Wedge REPORT

2011年5月10日

»著者プロフィール

What I wanted to get across to the teachers was that their students' disaster awareness was lacking and unless something was done they would be in trouble when the next big tsunami came. And it was almost certain that it would come in their lifetimes. Thankfully, many of the teachers understood that nothing was more important than protecting one's own life and responded to my call to action. Working together we started to develop textbooks and plan lessons at each school in Kamaishi.

"I would wait at home for my parents," said most kids

The tsunami disaster education began in 2006. We started by giving the kids a questionnaire survey with just one question: "You are at home alone when a big earthquake strikes. What would you do?" Most kids said that they would call their mother or wait until their parents got home.

We then asked each child to take home the completed questionnaire to show their parents. We attached a note for the parents asking one question: "Please look at the enclosed questionnaire completed by your child. When the next tsunami comes, do you think your child will survive?"

The adults had become too reliant on the local government and the disaster prevention infrastructure, and as I said before had become complacent. If they didn't change their attitudes, the training we were providing to their children would be only half as effective. So we tried to tap into their love for their children and their willingness to do anything for them.

This worked well. After that the parents and children teamed up on the creation of a disaster prevention map, and having the parents onside helped when it came to holding evacuation drills. Preliminary data as of April 5 suggests that, among parents of elementary school students in Kamaishi, only 31 people lost their lives, and the proportion of parents who died was lower than that of the general population. Changing parents' attitudes to disaster prevention not only made it easier to get through to their children but also had some degree of knock-on effect on the parents themselves.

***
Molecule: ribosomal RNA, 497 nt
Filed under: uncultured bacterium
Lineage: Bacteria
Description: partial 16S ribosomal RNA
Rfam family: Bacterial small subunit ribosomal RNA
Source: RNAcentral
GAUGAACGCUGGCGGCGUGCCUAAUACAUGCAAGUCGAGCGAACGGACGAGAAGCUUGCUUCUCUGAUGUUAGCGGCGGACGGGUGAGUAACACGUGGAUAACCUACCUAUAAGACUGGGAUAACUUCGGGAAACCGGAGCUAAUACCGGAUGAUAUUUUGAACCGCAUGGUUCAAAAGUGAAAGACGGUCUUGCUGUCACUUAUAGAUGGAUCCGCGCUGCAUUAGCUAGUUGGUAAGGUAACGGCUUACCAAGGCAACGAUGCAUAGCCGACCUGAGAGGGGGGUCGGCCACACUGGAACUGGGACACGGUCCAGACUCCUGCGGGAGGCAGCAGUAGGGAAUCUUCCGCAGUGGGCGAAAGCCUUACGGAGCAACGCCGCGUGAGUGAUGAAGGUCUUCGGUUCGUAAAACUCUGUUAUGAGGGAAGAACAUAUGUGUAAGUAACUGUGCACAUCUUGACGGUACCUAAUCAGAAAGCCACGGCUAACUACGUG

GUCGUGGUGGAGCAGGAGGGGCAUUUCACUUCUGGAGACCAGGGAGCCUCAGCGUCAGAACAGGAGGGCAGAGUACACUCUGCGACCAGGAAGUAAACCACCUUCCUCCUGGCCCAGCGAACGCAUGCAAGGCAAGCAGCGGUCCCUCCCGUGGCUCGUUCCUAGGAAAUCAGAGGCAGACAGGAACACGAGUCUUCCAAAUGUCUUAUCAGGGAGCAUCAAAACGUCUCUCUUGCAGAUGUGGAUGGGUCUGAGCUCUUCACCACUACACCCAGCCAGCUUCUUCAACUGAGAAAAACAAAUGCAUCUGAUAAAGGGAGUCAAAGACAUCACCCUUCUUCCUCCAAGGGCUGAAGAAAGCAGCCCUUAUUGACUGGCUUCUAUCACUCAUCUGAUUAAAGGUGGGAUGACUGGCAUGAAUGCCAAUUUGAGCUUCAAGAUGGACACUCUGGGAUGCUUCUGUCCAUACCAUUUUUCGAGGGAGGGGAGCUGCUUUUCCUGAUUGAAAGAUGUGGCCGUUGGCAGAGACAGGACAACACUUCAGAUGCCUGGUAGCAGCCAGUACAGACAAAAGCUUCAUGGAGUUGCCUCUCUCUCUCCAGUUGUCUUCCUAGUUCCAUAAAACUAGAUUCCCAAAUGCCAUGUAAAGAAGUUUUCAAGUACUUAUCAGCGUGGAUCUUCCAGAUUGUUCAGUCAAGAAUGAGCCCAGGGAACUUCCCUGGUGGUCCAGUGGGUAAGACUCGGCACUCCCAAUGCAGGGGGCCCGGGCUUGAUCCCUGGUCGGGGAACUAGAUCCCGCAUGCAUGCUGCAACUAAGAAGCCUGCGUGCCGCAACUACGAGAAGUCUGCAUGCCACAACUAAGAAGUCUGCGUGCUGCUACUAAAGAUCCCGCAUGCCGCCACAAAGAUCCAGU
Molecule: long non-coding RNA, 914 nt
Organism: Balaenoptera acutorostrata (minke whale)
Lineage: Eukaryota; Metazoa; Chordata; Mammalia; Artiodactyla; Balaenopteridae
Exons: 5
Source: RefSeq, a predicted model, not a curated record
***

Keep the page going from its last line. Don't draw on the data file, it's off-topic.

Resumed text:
Incorporating tsunami education in math classes

Our initial goal in the lessons was to get across the reality of tsunami. This was because, although the children had heard of tsunami from their grandmothers and grandfathers, they didn't really think they would experience one themselves.

First we told them how many people had died in past tsunami -- 4,041 in total -- and showed them black-and-white photos, taken from a distance, of the people who had been killed, as well as other related materials. We also appealed to their senses, by showing them a video simulating how fewer people are killed if people flee more quickly once an earthquake strikes.

Using a combination of all these approaches, we drove home to the children that tsunami were real in their lives and not something that happen to other people. After that they were all ears during the lessons.

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